Despite being born in and living in London, Duff is hugely proud of her Irish heritage but says what she learnt of Elizabeth impressed her greatly. She explains: “She is in the very soul of England. She is in the bones of this country. She sort of sums up the character of the people.”

The 34 year-old is clearly enamoured with the role, despite the fact that she had to shave her forehead for it. She laughs: “In pictures it is obvious when you look at them that she’s got a very high brow, so out came the razor. It has all grown back now but it was quite funny at the time because if I went anywhere off the set, I had to comb what I had left forwards. It was a bit like Bobby Charlton.”

Then there were the hoards of latex and prosthetics she had to wear as the monarch aged, which she says were quite restrictive. But Duff stresses there were upsides to the role. She has become a master horsewoman and, well, she was crowned Queen of England. She wore the same dress that Blanchett wore in the film – an exact replica of the original – hired from an exclusive costumier in London.

Although Duff first started in amateur dramatics when she was 11, she did not act professionally until she attended drama school. While Shameless helped Duff to popular acclaim, she has in fact been garnering praise from the critics for some time. She was nominated for an Ian Charleson award for her Cordelia in Richard Eyre’s King Lear and an Olivier for Collected Stories. Her roles in Peter Mullan’s difficult film the Magdalene Sisters, TV drama Sinners and in costume epics Charles II and the Aristocrats also picked up plaudits.

Last year she starred in Owen McCafferty’s version of JP Miller’s Days of Wine and Roses at London’s Donmar Warehouse and theatre is something she enjoys as “more real” than television. The third series of Shameless is now in full flow but Duff has no regrets about deciding to move on. She says: “I thought that I’d gone about as far as I could with Fiona and that she needed to move on and Paul sort of works that way anyway. It was sad to leave, because I’d got very close to the team and particularly to the kids in the show. But it was such hard work and it was time for something different.”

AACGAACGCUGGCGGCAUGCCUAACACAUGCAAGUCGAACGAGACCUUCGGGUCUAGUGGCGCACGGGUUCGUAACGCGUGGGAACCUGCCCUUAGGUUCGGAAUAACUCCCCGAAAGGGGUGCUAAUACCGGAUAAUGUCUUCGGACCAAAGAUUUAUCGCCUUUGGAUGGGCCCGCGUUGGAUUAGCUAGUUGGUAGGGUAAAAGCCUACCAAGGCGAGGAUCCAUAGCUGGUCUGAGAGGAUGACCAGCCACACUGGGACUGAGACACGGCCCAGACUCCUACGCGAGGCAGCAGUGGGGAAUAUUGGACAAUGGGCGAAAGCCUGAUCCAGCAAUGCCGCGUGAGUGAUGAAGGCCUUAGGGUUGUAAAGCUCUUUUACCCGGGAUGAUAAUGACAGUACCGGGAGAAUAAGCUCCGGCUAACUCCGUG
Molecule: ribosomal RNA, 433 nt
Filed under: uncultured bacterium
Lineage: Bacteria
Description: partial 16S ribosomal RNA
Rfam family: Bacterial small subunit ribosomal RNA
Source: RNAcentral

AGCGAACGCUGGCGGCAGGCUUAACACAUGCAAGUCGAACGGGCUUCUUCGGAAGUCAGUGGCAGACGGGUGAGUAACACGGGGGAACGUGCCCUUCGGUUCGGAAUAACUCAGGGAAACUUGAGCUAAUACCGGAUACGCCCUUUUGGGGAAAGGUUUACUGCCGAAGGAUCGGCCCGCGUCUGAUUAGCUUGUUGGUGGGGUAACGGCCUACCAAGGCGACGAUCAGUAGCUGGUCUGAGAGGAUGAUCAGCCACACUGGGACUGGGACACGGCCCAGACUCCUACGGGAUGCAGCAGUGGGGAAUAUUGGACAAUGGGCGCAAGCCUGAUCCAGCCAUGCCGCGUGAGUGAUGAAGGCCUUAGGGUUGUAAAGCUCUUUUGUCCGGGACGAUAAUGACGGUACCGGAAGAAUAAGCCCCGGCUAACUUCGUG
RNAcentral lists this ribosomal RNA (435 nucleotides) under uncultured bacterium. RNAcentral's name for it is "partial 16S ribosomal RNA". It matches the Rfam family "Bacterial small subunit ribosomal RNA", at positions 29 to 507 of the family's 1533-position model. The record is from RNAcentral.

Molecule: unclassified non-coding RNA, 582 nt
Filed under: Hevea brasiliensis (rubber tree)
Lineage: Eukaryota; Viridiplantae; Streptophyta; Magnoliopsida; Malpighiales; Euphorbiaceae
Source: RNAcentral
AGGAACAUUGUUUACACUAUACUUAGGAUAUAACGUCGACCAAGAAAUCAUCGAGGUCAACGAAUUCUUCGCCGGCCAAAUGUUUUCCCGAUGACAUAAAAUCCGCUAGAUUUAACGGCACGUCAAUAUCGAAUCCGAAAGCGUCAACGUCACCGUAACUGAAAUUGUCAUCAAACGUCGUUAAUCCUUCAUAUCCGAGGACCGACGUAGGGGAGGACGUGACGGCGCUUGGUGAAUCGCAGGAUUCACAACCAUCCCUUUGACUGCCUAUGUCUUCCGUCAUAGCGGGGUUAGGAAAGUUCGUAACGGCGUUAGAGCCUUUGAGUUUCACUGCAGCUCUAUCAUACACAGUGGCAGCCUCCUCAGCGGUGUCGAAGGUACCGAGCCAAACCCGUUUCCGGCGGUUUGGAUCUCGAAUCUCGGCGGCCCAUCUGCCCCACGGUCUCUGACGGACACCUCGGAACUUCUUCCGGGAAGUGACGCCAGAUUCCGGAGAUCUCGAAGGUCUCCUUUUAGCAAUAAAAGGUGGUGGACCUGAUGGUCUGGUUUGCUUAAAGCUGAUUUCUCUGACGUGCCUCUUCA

Never one for discussing her private life, Duff remains tight-lipped on the rumours that she will wed her partner and former Shameless co-star James McAvoy this May. He too has been making his mark in the past few years, starring as Macbeth in the BBC’s Shakespeare Re-told season and as Mr Tumnus in the Christmas blockbuster The Chronicles of Narnia.

Although she says she was ready for a break after filming The Virgin Queen, Duff is now looking for the next challenge but says there is nothing concrete to report. However the show, co-produced by Colditz and Henry VIII producer Power, was shown first in America to avoid a clash with Channel 4’s production. The drama has been well received there and Duff now has an agent over there, so Hollywood may well beckon. She says: “Whatever I play next, however great a drama it is, it’ll be nothing like The Virgin Queen.”